Dazzling Orion is high in the south, reminding us that winter is here.  His belt points up to Aldebaran, the eye of Taurus, the Bull.  The Dog Stars, Sirius and Procyon, are below Orion in the east.  Sirius is the brightest star we ever see at night.  Gemini, the Twins, are to Orion’s left as he rises (and to his upper left once they appear to the south).  Look for two stars of equal brightness less than 5 degrees (three fingers at arms’ length) apart.  These are Castor and Pollux, marking the twins’ heads.  High in the northeast is Capella, the sixth brightest star ever seen at night.  On February and March evenings, look below Sirius and a bit to its right for Canopus, the second brightest star we ever see at night. This star is in the keel (bottom) of the legendary ship Argo.  Canopus is so far south that most Americans never get to see it.  We, however, are far enough to the south that it barely rises for us, remaining low on the southern horizon.

Moon Phases in February 2010:

Last Quarter                  February 5, 5:50 pm
New Moon                      February 13, 8:52 pm
1st Quarter                     February 21, 6:42 pm 
Full Moon                       February 28, 10:37 am

The new moon of Feb. 13 is the second new moon after the winter solstice.  Accordingly, it marks the Chinese New Year, beginning the Year of the Tiger.  (Correct for the time zone difference, and you’ll see that the date is February 14 in China).

Chinese New Year - Dragon
Creative Commons License photo credit: ajagendorf25

Go Stargazing! January Edition

Mercury and Jupiter begin this month together low in the southwest at dusk.  The two were side by side on New Year’s Eve; now Mercury is slightly higher in the sky than Jupiter.  Mercury is at greatest elongation (apparent distance from the Sun in our sky), and therefore highest above the southwest horizon, on January 4.  After that, is seems to double back towards the Sun and starts becoming harder to see.  Meanwhile, Jupiter just gets slightly lower each evening until it also drops into the Sun’s glare.  How deep into January can you follow them?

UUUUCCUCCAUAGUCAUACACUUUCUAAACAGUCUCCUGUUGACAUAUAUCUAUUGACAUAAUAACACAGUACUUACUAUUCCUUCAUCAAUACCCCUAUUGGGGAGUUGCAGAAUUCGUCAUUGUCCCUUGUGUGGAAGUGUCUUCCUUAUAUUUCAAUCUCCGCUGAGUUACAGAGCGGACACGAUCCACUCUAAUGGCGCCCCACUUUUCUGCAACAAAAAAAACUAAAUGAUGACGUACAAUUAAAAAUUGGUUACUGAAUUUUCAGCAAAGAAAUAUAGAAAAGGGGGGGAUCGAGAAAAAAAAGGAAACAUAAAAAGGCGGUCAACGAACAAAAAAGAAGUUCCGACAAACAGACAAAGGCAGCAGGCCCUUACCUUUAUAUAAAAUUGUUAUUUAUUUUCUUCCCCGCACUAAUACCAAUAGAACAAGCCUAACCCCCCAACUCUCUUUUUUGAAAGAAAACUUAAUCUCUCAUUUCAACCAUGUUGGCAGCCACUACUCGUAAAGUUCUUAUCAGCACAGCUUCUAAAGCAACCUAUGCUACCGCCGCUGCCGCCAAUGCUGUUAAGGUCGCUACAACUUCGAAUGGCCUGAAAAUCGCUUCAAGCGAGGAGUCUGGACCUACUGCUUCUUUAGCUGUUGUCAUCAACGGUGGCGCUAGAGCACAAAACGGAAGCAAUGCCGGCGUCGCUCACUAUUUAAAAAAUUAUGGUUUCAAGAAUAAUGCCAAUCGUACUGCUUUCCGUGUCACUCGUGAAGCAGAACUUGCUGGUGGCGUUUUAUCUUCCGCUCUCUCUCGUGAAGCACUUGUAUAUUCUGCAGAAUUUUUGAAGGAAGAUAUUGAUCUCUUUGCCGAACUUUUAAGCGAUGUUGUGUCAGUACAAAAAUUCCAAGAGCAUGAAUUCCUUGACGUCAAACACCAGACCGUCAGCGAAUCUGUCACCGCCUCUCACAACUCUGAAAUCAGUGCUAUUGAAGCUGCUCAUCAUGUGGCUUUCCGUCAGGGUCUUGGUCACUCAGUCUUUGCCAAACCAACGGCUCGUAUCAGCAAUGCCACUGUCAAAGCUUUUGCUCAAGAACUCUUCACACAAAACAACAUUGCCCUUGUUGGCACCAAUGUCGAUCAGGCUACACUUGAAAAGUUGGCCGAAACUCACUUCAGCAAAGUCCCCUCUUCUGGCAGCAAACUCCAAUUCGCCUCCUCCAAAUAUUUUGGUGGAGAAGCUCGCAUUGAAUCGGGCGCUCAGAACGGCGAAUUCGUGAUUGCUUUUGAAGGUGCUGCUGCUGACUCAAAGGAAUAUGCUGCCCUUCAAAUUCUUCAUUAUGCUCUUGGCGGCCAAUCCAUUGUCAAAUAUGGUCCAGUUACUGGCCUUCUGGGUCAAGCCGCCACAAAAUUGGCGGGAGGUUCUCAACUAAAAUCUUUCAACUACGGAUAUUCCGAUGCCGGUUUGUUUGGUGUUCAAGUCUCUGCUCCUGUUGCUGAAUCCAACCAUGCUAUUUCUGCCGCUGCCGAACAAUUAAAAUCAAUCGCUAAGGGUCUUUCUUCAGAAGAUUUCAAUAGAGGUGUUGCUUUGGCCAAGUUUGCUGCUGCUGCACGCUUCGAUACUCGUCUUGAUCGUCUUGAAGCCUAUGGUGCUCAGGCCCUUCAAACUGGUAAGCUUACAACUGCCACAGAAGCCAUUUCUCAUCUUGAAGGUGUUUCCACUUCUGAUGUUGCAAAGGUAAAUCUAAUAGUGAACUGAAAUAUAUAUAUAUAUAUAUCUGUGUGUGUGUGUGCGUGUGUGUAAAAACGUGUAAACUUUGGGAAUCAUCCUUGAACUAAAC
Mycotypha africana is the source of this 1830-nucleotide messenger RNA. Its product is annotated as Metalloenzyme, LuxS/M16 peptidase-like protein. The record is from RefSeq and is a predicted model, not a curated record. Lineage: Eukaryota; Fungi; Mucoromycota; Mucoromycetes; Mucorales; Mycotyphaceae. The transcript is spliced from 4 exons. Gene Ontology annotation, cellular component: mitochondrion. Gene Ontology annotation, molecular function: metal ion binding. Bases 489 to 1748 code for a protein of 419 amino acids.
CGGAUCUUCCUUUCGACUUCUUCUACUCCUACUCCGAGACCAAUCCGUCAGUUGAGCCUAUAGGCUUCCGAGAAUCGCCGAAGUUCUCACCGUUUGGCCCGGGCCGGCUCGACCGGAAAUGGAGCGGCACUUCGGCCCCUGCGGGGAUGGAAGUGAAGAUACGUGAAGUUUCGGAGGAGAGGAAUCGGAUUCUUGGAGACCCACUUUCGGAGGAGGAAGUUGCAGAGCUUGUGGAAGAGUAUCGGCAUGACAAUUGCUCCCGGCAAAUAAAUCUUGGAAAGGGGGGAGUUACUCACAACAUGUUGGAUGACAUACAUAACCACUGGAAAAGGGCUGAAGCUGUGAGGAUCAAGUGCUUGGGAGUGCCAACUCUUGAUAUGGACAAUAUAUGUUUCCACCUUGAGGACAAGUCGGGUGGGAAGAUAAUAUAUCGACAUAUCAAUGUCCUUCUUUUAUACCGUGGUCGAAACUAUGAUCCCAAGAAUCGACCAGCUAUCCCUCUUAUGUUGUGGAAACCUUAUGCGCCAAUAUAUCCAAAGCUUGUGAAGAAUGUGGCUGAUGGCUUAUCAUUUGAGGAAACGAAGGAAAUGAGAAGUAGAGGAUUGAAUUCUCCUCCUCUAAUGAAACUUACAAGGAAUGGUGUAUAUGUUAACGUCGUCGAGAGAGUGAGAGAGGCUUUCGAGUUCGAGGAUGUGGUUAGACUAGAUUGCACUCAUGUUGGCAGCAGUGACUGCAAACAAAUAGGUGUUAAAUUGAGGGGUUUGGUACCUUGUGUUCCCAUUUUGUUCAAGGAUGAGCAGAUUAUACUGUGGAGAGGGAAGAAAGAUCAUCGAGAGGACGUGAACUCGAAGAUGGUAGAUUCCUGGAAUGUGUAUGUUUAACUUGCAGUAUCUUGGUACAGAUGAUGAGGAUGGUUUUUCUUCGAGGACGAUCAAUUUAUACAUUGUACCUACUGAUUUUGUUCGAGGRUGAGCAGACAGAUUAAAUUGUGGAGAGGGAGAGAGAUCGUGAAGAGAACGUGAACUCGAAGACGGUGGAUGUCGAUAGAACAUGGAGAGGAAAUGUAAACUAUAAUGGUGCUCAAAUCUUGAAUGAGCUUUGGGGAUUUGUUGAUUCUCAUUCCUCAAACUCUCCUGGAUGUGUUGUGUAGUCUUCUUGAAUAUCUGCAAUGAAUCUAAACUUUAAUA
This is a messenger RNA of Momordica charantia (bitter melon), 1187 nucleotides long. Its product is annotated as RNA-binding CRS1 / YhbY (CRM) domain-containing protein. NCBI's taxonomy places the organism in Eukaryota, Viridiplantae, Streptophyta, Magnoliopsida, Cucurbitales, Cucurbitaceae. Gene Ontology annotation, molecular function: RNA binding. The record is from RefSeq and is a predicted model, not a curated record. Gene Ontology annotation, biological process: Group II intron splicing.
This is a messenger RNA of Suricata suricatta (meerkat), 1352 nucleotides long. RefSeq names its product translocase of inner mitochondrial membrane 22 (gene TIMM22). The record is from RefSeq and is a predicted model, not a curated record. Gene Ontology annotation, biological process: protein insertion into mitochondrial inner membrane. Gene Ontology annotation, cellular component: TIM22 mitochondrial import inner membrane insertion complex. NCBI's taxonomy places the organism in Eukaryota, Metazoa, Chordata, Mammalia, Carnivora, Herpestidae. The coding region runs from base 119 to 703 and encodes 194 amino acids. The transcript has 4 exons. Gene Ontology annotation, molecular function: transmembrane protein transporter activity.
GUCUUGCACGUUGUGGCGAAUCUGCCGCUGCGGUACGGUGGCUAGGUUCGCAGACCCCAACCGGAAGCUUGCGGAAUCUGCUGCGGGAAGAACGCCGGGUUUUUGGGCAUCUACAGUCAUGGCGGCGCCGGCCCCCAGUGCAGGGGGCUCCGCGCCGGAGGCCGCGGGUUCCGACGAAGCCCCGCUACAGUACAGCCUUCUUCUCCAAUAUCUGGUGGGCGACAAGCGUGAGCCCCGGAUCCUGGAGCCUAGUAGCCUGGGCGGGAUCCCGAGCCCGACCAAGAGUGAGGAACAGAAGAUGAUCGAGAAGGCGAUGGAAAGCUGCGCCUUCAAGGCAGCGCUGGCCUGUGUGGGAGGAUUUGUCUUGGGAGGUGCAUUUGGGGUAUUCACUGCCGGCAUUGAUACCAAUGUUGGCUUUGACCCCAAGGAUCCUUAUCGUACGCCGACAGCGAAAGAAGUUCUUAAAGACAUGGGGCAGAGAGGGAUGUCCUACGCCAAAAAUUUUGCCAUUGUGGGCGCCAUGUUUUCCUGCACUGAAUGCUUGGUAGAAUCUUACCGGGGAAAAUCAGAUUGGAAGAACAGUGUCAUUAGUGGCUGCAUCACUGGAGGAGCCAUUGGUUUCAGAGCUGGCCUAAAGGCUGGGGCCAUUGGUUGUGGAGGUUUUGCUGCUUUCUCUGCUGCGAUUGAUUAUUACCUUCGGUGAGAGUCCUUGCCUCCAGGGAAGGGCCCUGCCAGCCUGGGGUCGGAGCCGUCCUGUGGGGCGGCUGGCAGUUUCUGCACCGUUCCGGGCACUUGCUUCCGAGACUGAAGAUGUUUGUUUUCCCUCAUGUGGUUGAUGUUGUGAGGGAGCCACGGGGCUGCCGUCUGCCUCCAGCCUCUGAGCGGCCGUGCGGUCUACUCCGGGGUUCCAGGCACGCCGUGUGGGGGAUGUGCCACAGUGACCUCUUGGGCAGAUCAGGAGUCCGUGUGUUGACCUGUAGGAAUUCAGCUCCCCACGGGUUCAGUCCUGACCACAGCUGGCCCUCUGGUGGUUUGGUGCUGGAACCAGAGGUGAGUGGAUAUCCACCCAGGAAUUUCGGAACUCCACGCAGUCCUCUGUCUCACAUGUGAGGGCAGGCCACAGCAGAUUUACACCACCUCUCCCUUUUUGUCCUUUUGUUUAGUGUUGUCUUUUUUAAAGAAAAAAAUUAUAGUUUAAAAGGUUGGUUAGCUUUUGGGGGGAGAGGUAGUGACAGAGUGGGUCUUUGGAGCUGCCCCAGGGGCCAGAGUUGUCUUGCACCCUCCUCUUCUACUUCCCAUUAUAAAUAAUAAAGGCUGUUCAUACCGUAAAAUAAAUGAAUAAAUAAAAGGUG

The departure of Mercury and Jupiter leaves Venus as the planet of January evenings.  Look west-southwest right as night falls for the brightest thing there except for the Moon, which is nearby at the beginning of the month. 

Two factors make Venus much higher in the sky now than in December or November.  First, Venus is at greatest elongation on January 14, just as Mercury is on the 4th.  Secondly, the plane of our solar system in our sky, called the ecliptic, intersects our horizon at a steeper and steeper angle each night as we go from the winter solstice to the spring equinox.  More and more of Venus’ apparent distance from the Sun is also height in the sky.  Also, Venus, on its faster orbit, is coming around to our side of the Sun (and will pass us in March).  Therefore Venus, which outshines everything in the sky except the Sun and the Moon, is getting even brighter this month as it approaches us.